• Wed. Jul 17th, 2024

MTA bus, subway union chief Richard Davis accused in assaults

MTA bus, subway union chief Richard Davis accused in assaults


The president of the union local that represents MTA bus and subway workers is accused in a lawsuit of assaulting a bus operator with whom he was romantically involved, the Daily News has learned.

Richard Davis, president of Transport Workers Union Local 100, was named in the Manhattan Supreme Court lawsuit filed Thursday that accuses him of assaults in 2015 in 2016.

Davis responded Friday by saying he will “defend my name and my character in court.”

“Anyone who knows me knows I’m not a violent person,” Davis said — while noting that he has not been served with court papers yet.

In the lawsuit, the ex-girlfriend alleges she met Davis on the job, and started dating him in 2011. They eventually moved in together, according to the court papers.

In 2015, the woman claimed she found out Davis was having “an inappropriate relationship with another female bus operator.” While in a car together on June 5 of that year after a union-related event, she confronted Davis about the matter, according to the suit.

“In response to this inquiry … Mr. Davis proceeded to punch her in the face and head repeatedly,” the suit charges. “He then held her in a tight headlock while [she] was trying to escape the vehicle.”

The woman alleges she managed to escape the vehicle without her shoes on and “scrambled” into the car of another union official who was leaving the event at the same time. She said the alleged assault left her with “a busted lip, and swollen and bruised face.”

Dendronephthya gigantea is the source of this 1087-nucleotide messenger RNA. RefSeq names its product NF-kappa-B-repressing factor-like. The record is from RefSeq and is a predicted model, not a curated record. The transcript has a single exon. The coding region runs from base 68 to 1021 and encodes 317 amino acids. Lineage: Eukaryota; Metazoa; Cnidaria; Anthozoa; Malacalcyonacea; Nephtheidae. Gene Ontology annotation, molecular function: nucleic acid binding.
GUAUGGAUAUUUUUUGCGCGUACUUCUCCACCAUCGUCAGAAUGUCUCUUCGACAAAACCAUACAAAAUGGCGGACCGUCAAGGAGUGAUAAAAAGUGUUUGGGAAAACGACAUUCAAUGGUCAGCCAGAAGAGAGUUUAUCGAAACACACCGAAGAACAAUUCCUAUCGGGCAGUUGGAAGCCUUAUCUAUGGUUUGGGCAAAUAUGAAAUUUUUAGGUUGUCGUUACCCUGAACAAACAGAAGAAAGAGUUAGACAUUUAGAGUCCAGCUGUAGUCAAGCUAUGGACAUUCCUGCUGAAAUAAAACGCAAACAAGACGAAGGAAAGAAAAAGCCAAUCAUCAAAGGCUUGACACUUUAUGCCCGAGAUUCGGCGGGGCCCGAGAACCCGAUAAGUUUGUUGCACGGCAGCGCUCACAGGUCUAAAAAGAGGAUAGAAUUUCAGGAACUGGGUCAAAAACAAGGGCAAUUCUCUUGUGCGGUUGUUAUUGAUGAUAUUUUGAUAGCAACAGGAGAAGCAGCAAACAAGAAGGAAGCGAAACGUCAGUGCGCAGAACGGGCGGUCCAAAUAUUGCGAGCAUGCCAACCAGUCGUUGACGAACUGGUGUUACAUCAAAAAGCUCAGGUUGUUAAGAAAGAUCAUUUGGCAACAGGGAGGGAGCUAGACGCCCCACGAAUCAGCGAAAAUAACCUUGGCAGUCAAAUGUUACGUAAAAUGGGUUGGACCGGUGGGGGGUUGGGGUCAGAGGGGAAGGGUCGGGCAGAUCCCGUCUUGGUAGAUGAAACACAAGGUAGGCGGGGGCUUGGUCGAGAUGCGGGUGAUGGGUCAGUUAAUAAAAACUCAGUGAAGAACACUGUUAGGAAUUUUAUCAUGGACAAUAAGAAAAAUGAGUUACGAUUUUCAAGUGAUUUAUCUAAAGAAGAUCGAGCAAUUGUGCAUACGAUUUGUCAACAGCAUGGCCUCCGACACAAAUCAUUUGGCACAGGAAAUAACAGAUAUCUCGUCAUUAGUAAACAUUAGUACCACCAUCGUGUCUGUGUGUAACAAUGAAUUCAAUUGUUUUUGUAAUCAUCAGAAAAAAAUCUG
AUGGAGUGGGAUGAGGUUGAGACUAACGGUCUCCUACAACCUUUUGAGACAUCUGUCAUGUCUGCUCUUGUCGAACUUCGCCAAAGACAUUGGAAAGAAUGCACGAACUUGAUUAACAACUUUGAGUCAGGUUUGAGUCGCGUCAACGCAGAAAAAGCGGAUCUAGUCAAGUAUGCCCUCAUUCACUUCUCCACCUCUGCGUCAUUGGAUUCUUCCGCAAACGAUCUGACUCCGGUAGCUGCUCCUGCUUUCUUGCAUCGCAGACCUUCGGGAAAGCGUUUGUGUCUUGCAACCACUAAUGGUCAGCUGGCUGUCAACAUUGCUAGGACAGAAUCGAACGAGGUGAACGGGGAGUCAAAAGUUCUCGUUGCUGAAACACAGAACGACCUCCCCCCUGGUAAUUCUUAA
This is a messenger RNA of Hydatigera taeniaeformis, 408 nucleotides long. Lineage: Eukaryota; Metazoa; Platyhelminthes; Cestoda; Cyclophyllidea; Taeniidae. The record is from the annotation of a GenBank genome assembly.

In the summer of 2016, the woman says, Davis again beat her after she told him she thought he wasn’t contributing enough financially in their relationship.

“This time, he grabbed her hair and attempted to drag her down to the floor by it, and then grabbed [her] tightly by her arm and dug his nails into her skin,” court papers say.

The alleged assault occurred at a grocery store across the street from Transport Workers Union offices, according to the suit. After the assault, the woman said she “immediately went upstairs to her office located on the 4th floor,” where a colleague noticed she was bleeding from her arm.

After the incident, Davis, who was elected president of TWU Local 100 last year, “wrote an apology letter to [the plaintiff], acknowledging his behavior and actions,” the suit says.

“Out of fear of losing her job and position, facing any issues if she had to return to MTA, or worse, further violence, [she] did not report this incident due to the history of TWU to rescue and sanitize their members who commit wrongs as opposed to rightfully subjecting them to the disciplinary process,” the suit goes on.

The woman broke up with Davis in 2016 after the alleged supermarket incident.

She alleges she still has to interact with him at work. Her lawsuit accuses him of acting in a misogynistic way in the work place to this day.

Recalling a meeting from this past January, the suit alleged Davis “while at a work meeting with multiple other employees present, referred to another female employee, stating that ‘she’s smart, can type 100 words per minute, and I like the way my penis feels inside her vagina.’”

The alleged assaults occurred outside the statute of limitations under state criminal law. However, the woman’s civil case was brought under the 2022 Victims of Gender-Motivated Violence Protection Law, which allows individuals to sue their abusers even if the statute of limitations on their claims has expired.



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